It’s one thing for a small percentage of wealthy homes in California and New Jersey to get solar panels. It will be another thing entirely for India, with its 1.19 billion population, to make a substantial commitment to solar power.

Large solar players such as First Solar and Suntech Power have both recently emphasized increasing sales in India. Part of the reason for the potential growth in India is that the country published a policy called National Solar Mission in January 2010 that calls for adding 20 GW of grid-tied solar energy generation capacity and 2 GW of off-grid projects by 2022. In addition, the Indian state of Gujarat also has its own solar incentive program.

Lack of access to electricity for a large population of the poor in the country – as well as its growing greenhouse gas emissions – has made India an attractive target for solar companies. About 404 million people in India lack access to electricity, according to the International Energy Agency.

Nearly 69 percent of the country’s electricity production came from coal-fired power plants, according to the most recent, 2008 data posted by the IEA website. At 20 gigawatt-hours, solar electricity hardly makes a dent in the overall electricity generation of 830,126 gigawatt-hours. Investor Vinod Khosla has long said that clean tech solutions needs to meet the “Chindia” test, and be able to make a dent in energy markets of India and China.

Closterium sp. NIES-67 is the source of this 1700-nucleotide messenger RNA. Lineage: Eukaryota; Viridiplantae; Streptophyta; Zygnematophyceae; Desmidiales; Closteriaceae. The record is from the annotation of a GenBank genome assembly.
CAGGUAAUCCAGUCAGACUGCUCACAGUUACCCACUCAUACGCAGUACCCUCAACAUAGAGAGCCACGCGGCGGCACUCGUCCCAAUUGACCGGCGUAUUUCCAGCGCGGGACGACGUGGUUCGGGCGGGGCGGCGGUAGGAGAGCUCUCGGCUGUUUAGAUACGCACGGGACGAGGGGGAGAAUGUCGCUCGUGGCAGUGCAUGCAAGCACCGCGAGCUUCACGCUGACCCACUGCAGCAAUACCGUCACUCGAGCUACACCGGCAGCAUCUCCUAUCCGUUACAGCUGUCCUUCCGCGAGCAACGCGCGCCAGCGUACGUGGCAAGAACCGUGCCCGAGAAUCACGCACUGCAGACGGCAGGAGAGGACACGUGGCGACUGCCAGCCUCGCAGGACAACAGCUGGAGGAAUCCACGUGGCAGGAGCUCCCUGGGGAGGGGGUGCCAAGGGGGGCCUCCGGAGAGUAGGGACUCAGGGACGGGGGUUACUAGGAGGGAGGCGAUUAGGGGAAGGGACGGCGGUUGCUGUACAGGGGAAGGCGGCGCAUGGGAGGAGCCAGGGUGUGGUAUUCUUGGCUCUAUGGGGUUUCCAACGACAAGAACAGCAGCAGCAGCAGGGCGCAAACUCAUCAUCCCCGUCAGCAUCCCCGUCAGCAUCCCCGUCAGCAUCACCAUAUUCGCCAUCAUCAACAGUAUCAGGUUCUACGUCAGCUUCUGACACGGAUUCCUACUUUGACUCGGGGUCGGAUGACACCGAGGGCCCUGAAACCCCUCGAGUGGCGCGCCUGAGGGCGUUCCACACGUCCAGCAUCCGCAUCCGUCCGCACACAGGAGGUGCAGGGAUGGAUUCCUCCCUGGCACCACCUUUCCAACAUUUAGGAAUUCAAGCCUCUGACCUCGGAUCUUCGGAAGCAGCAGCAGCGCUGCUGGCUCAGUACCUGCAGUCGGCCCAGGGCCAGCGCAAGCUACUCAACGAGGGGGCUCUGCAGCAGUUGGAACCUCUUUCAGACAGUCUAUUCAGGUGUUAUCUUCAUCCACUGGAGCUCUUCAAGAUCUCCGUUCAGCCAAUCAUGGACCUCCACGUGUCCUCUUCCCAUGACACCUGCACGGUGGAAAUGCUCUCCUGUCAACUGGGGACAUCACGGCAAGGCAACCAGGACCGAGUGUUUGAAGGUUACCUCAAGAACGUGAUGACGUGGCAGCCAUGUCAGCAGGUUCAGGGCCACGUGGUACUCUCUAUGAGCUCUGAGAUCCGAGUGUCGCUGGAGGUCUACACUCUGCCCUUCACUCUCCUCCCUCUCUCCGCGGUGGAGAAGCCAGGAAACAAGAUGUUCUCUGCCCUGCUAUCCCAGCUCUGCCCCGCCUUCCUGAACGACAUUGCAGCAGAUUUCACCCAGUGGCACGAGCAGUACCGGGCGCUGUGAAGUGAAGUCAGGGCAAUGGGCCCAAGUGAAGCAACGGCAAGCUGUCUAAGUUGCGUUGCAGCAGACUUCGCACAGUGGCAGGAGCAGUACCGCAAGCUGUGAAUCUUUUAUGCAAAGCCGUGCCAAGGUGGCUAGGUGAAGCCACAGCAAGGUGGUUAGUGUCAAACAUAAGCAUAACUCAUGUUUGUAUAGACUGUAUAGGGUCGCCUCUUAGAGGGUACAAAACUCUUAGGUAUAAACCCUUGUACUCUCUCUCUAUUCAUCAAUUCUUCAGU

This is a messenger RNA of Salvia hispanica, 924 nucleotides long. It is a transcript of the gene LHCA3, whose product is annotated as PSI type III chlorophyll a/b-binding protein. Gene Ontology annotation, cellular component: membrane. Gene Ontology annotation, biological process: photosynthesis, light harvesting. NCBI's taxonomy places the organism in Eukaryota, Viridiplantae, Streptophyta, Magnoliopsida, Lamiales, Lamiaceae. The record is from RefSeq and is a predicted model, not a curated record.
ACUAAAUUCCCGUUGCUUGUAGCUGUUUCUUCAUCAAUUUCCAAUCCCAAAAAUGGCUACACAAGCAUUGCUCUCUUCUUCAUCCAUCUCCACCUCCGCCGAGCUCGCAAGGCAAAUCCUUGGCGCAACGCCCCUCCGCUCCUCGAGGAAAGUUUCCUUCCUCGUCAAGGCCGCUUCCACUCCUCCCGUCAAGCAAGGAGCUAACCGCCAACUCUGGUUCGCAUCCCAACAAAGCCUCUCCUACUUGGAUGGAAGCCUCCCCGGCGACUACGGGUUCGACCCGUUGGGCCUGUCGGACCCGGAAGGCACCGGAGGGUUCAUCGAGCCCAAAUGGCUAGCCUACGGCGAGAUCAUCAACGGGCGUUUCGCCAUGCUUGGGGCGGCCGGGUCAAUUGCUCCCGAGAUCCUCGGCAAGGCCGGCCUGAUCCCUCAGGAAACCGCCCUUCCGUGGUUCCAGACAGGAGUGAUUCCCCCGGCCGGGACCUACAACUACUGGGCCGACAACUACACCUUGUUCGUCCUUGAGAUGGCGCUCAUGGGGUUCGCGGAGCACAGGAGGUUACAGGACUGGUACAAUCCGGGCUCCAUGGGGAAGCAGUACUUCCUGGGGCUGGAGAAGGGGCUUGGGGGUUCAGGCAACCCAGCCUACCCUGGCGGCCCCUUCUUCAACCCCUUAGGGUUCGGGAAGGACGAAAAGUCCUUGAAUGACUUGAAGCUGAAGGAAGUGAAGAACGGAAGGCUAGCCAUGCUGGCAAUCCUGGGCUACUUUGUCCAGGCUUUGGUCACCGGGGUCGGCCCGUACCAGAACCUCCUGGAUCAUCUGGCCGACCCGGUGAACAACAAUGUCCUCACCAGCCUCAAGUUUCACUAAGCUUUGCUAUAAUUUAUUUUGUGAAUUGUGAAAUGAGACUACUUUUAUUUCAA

The country’s renewable energy secretary on Thursday told reporters that the country plans to add 17 GW of renewable power generation capacity between 2012 and 2017, and that will need as much as 1.5 trillion rupees ($33.5 billion USD) to achieve. Most of that investment will have to come from the private sector though.

source: reuters

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